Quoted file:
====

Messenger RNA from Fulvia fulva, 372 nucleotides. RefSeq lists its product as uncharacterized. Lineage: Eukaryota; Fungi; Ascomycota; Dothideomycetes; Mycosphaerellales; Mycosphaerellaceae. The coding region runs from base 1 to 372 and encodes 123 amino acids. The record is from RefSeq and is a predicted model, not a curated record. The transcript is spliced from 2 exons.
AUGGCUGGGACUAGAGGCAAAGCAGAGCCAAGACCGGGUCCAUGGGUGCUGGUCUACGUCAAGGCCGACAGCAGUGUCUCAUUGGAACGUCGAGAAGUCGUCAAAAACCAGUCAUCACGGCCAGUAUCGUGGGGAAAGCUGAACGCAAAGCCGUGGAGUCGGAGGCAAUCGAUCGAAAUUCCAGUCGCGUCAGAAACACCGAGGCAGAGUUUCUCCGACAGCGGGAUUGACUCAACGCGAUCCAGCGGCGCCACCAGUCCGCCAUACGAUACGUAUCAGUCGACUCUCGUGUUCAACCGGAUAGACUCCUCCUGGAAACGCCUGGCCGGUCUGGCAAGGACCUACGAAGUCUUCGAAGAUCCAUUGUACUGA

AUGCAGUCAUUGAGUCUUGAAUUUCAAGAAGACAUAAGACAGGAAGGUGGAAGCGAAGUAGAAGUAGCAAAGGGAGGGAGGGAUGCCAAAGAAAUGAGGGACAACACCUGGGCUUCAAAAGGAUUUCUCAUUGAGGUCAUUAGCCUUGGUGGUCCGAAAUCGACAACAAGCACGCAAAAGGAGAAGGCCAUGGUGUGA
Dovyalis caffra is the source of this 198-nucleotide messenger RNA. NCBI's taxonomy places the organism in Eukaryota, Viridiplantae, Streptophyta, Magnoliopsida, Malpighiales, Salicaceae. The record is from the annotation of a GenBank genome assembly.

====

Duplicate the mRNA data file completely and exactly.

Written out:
Messenger RNA from Fulvia fulva, 372 nucleotides. RefSeq lists its product as uncharacterized. Lineage: Eukaryota; Fungi; Ascomycota; Dothideomycetes; Mycosphaerellales; Mycosphaerellaceae. The coding region runs from base 1 to 372 and encodes 123 amino acids. The record is from RefSeq and is a predicted model, not a curated record. The transcript is spliced from 2 exons.
AUGGCUGGGACUAGAGGCAAAGCAGAGCCAAGACCGGGUCCAUGGGUGCUGGUCUACGUCAAGGCCGACAGCAGUGUCUCAUUGGAACGUCGAGAAGUCGUCAAAAACCAGUCAUCACGGCCAGUAUCGUGGGGAAAGCUGAACGCAAAGCCGUGGAGUCGGAGGCAAUCGAUCGAAAUUCCAGUCGCGUCAGAAACACCGAGGCAGAGUUUCUCCGACAGCGGGAUUGACUCAACGCGAUCCAGCGGCGCCACCAGUCCGCCAUACGAUACGUAUCAGUCGACUCUCGUGUUCAACCGGAUAGACUCCUCCUGGAAACGCCUGGCCGGUCUGGCAAGGACCUACGAAGUCUUCGAAGAUCCAUUGUACUGA

AUGCAGUCAUUGAGUCUUGAAUUUCAAGAAGACAUAAGACAGGAAGGUGGAAGCGAAGUAGAAGUAGCAAAGGGAGGGAGGGAUGCCAAAGAAAUGAGGGACAACACCUGGGCUUCAAAAGGAUUUCUCAUUGAGGUCAUUAGCCUUGGUGGUCCGAAAUCGACAACAAGCACGCAAAAGGAGAAGGCCAUGGUGUGA
Dovyalis caffra is the source of this 198-nucleotide messenger RNA. NCBI's taxonomy places the organism in Eukaryota, Viridiplantae, Streptophyta, Magnoliopsida, Malpighiales, Salicaceae. The record is from the annotation of a GenBank genome assembly.